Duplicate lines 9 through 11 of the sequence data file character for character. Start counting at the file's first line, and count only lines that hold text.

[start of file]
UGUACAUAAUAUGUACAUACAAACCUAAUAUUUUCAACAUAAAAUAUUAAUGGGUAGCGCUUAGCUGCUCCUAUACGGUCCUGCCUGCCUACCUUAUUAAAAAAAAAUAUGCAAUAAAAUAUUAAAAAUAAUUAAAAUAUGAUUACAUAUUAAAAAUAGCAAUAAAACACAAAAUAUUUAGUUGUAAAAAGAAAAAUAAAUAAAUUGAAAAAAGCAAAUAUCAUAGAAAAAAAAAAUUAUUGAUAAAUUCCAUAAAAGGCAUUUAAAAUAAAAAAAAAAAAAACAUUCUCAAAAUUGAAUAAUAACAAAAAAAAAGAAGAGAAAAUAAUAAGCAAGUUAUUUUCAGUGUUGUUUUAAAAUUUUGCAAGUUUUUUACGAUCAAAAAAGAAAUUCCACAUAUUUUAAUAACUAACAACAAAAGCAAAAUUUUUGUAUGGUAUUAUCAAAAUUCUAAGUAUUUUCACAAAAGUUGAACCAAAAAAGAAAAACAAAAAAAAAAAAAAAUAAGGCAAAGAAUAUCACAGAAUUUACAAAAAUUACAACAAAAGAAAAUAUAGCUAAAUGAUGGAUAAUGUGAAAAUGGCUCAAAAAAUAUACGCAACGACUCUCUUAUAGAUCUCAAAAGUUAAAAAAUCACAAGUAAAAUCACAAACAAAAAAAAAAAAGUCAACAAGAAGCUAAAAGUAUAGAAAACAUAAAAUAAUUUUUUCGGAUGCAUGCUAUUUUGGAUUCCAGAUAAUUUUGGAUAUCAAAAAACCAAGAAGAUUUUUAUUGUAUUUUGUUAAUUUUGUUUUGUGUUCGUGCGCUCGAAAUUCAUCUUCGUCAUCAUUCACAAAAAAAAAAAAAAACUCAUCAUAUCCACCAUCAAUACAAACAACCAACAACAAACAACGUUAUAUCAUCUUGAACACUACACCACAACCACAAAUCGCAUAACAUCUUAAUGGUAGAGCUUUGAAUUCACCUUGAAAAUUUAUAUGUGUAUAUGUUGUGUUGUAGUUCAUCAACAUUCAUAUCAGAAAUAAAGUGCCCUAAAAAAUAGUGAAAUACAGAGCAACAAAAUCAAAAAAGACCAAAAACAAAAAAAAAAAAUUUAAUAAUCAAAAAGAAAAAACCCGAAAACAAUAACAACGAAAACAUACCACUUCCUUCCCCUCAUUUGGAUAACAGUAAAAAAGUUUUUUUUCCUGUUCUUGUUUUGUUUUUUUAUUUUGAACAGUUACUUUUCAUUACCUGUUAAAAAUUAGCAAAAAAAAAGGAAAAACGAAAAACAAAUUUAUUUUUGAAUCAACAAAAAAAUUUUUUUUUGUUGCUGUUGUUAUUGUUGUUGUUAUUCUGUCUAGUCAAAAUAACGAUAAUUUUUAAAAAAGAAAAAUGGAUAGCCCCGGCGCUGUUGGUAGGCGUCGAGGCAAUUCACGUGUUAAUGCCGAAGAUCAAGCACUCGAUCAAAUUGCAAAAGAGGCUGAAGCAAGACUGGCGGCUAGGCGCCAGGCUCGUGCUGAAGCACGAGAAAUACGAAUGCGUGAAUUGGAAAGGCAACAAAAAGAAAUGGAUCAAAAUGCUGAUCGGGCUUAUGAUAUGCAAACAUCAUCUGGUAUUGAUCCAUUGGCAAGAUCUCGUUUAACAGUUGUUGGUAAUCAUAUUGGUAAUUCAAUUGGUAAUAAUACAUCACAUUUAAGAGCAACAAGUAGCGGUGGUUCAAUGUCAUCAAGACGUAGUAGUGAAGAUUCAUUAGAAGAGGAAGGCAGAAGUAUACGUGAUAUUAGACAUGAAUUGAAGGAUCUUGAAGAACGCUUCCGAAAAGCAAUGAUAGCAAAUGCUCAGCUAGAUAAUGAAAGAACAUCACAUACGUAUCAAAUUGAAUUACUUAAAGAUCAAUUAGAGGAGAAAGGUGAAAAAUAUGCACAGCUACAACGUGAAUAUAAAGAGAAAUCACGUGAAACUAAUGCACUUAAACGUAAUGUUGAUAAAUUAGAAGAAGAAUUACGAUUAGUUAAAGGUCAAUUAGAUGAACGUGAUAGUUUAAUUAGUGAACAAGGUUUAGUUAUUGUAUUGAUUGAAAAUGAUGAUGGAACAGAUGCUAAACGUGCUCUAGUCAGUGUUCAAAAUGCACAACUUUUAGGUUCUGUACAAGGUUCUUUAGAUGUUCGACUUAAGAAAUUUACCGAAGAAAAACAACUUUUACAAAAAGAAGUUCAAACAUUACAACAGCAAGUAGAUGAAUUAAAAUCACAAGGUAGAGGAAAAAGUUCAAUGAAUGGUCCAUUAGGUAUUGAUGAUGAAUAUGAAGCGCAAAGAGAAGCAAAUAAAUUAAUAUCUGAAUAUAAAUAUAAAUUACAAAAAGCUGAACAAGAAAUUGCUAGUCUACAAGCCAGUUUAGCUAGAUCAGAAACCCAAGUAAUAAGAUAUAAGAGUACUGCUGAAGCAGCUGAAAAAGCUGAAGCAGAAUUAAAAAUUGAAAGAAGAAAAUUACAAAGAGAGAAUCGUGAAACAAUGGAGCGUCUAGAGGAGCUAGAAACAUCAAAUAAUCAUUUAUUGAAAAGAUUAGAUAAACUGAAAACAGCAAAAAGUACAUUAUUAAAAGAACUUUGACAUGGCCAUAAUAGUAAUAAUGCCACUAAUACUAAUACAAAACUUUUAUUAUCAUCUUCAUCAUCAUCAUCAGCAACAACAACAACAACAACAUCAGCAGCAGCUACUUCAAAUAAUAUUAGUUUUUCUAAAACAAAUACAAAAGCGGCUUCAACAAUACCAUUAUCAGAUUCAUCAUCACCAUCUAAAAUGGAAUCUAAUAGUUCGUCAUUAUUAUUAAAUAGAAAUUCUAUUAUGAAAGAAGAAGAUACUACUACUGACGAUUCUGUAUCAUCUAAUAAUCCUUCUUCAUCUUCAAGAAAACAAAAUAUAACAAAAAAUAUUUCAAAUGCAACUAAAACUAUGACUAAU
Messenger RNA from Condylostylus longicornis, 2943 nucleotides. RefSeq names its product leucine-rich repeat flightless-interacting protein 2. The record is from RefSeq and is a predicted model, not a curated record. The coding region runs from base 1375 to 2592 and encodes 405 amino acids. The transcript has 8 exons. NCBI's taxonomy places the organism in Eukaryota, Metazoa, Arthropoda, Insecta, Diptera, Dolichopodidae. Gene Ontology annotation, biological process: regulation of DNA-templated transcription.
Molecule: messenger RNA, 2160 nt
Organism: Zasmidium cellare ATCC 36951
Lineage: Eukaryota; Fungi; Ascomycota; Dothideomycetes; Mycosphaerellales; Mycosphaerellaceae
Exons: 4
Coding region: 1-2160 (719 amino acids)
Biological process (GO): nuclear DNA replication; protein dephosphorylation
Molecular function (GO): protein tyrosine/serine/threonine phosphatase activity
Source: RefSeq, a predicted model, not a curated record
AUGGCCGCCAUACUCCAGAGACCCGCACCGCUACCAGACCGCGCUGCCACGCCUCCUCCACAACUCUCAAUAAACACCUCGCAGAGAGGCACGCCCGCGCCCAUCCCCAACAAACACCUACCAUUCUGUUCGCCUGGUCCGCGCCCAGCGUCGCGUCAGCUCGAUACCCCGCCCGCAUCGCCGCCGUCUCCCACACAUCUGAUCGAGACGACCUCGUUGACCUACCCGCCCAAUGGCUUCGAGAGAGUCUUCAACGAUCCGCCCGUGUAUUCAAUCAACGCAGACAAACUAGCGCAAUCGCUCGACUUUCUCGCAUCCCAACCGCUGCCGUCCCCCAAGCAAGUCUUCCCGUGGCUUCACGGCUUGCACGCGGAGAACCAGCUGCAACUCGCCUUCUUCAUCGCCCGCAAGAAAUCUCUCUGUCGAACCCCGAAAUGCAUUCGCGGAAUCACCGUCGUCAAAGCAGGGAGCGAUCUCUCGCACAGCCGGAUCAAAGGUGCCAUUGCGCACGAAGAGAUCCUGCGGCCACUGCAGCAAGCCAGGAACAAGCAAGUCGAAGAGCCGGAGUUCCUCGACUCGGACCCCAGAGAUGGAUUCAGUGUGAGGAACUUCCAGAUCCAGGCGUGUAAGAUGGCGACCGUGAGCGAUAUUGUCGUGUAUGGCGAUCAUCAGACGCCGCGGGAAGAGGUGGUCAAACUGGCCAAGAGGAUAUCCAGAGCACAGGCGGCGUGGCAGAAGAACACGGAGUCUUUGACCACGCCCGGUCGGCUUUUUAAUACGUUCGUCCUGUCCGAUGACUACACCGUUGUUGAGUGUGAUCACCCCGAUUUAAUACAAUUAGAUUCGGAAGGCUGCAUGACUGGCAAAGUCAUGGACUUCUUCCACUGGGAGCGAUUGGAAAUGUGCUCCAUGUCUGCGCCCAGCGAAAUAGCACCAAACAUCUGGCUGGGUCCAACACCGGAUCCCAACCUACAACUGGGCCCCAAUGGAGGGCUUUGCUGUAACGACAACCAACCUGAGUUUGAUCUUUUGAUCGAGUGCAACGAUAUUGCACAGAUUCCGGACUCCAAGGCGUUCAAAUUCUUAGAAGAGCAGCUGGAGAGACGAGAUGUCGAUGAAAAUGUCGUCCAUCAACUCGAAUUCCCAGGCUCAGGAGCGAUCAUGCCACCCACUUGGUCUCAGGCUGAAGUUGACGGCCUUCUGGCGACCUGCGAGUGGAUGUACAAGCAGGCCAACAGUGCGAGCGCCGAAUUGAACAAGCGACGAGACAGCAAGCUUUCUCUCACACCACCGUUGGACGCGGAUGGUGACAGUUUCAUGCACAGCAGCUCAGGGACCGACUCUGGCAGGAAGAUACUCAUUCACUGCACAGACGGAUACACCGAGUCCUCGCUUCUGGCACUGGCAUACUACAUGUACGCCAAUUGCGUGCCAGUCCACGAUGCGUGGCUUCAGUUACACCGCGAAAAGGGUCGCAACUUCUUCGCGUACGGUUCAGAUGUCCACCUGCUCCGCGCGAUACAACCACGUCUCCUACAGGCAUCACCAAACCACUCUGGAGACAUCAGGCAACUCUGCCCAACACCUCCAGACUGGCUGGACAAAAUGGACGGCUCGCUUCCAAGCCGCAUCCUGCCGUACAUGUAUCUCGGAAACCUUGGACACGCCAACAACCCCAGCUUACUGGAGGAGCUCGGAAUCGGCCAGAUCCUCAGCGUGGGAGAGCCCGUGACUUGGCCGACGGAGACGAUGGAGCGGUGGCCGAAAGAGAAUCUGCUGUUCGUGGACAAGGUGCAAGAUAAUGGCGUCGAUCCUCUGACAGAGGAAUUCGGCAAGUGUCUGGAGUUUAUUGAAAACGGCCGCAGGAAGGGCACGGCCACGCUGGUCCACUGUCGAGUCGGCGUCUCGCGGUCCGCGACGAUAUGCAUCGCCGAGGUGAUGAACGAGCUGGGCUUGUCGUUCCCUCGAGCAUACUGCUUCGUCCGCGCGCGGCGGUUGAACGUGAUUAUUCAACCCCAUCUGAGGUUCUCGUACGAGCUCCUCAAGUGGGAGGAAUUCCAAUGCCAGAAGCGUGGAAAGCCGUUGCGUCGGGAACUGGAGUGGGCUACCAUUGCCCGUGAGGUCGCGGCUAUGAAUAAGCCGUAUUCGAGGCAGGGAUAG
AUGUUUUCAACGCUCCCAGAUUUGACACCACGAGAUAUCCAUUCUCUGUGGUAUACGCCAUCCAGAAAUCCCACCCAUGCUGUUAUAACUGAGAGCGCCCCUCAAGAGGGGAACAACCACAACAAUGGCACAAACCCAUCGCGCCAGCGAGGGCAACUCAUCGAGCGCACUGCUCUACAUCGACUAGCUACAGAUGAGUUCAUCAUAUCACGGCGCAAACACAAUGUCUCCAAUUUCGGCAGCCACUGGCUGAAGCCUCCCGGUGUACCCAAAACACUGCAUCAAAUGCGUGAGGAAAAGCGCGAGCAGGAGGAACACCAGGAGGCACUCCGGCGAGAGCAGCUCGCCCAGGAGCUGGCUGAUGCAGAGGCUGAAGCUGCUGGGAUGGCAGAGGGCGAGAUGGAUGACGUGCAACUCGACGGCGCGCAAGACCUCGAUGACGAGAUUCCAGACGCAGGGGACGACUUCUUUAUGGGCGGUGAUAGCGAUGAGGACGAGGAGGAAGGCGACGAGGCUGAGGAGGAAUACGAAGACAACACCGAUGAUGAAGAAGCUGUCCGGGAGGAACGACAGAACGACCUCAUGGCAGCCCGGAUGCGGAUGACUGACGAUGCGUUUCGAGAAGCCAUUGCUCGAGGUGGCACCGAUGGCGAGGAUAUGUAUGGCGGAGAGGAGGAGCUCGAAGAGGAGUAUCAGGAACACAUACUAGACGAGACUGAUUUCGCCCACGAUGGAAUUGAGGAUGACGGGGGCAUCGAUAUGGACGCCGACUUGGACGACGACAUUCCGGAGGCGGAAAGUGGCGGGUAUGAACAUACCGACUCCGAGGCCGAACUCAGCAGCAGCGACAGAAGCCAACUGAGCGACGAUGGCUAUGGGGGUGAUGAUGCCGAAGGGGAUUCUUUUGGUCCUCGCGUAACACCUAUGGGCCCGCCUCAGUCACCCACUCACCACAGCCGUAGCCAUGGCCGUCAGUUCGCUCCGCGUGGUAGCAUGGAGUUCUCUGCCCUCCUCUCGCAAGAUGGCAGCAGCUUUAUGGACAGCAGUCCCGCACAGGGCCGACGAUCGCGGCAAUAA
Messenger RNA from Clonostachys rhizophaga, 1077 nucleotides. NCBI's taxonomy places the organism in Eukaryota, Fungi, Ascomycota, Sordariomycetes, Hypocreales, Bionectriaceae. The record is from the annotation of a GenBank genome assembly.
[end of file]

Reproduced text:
Molecular function (GO): protein tyrosine/serine/threonine phosphatase activity
Source: RefSeq, a predicted model, not a curated record
AUGGCCGCCAUACUCCAGAGACCCGCACCGCUACCAGACCGCGCUGCCACGCCUCCUCCACAACUCUCAAUAAACACCUCGCAGAGAGGCACGCCCGCGCCCAUCCCCAACAAACACCUACCAUUCUGUUCGCCUGGUCCGCGCCCAGCGUCGCGUCAGCUCGAUACCCCGCCCGCAUCGCCGCCGUCUCCCACACAUCUGAUCGAGACGACCUCGUUGACCUACCCGCCCAAUGGCUUCGAGAGAGUCUUCAACGAUCCGCCCGUGUAUUCAAUCAACGCAGACAAACUAGCGCAAUCGCUCGACUUUCUCGCAUCCCAACCGCUGCCGUCCCCCAAGCAAGUCUUCCCGUGGCUUCACGGCUUGCACGCGGAGAACCAGCUGCAACUCGCCUUCUUCAUCGCCCGCAAGAAAUCUCUCUGUCGAACCCCGAAAUGCAUUCGCGGAAUCACCGUCGUCAAAGCAGGGAGCGAUCUCUCGCACAGCCGGAUCAAAGGUGCCAUUGCGCACGAAGAGAUCCUGCGGCCACUGCAGCAAGCCAGGAACAAGCAAGUCGAAGAGCCGGAGUUCCUCGACUCGGACCCCAGAGAUGGAUUCAGUGUGAGGAACUUCCAGAUCCAGGCGUGUAAGAUGGCGACCGUGAGCGAUAUUGUCGUGUAUGGCGAUCAUCAGACGCCGCGGGAAGAGGUGGUCAAACUGGCCAAGAGGAUAUCCAGAGCACAGGCGGCGUGGCAGAAGAACACGGAGUCUUUGACCACGCCCGGUCGGCUUUUUAAUACGUUCGUCCUGUCCGAUGACUACACCGUUGUUGAGUGUGAUCACCCCGAUUUAAUACAAUUAGAUUCGGAAGGCUGCAUGACUGGCAAAGUCAUGGACUUCUUCCACUGGGAGCGAUUGGAAAUGUGCUCCAUGUCUGCGCCCAGCGAAAUAGCACCAAACAUCUGGCUGGGUCCAACACCGGAUCCCAACCUACAACUGGGCCCCAAUGGAGGGCUUUGCUGUAACGACAACCAACCUGAGUUUGAUCUUUUGAUCGAGUGCAACGAUAUUGCACAGAUUCCGGACUCCAAGGCGUUCAAAUUCUUAGAAGAGCAGCUGGAGAGACGAGAUGUCGAUGAAAAUGUCGUCCAUCAACUCGAAUUCCCAGGCUCAGGAGCGAUCAUGCCACCCACUUGGUCUCAGGCUGAAGUUGACGGCCUUCUGGCGACCUGCGAGUGGAUGUACAAGCAGGCCAACAGUGCGAGCGCCGAAUUGAACAAGCGACGAGACAGCAAGCUUUCUCUCACACCACCGUUGGACGCGGAUGGUGACAGUUUCAUGCACAGCAGCUCAGGGACCGACUCUGGCAGGAAGAUACUCAUUCACUGCACAGACGGAUACACCGAGUCCUCGCUUCUGGCACUGGCAUACUACAUGUACGCCAAUUGCGUGCCAGUCCACGAUGCGUGGCUUCAGUUACACCGCGAAAAGGGUCGCAACUUCUUCGCGUACGGUUCAGAUGUCCACCUGCUCCGCGCGAUACAACCACGUCUCCUACAGGCAUCACCAAACCACUCUGGAGACAUCAGGCAACUCUGCCCAACACCUCCAGACUGGCUGGACAAAAUGGACGGCUCGCUUCCAAGCCGCAUCCUGCCGUACAUGUAUCUCGGAAACCUUGGACACGCCAACAACCCCAGCUUACUGGAGGAGCUCGGAAUCGGCCAGAUCCUCAGCGUGGGAGAGCCCGUGACUUGGCCGACGGAGACGAUGGAGCGGUGGCCGAAAGAGAAUCUGCUGUUCGUGGACAAGGUGCAAGAUAAUGGCGUCGAUCCUCUGACAGAGGAAUUCGGCAAGUGUCUGGAGUUUAUUGAAAACGGCCGCAGGAAGGGCACGGCCACGCUGGUCCACUGUCGAGUCGGCGUCUCGCGGUCCGCGACGAUAUGCAUCGCCGAGGUGAUGAACGAGCUGGGCUUGUCGUUCCCUCGAGCAUACUGCUUCGUCCGCGCGCGGCGGUUGAACGUGAUUAUUCAACCCCAUCUGAGGUUCUCGUACGAGCUCCUCAAGUGGGAGGAAUUCCAAUGCCAGAAGCGUGGAAAGCCGUUGCGUCGGGAACUGGAGUGGGCUACCAUUGCCCGUGAGGUCGCGGCUAUGAAUAAGCCGUAUUCGAGGCAGGGAUAG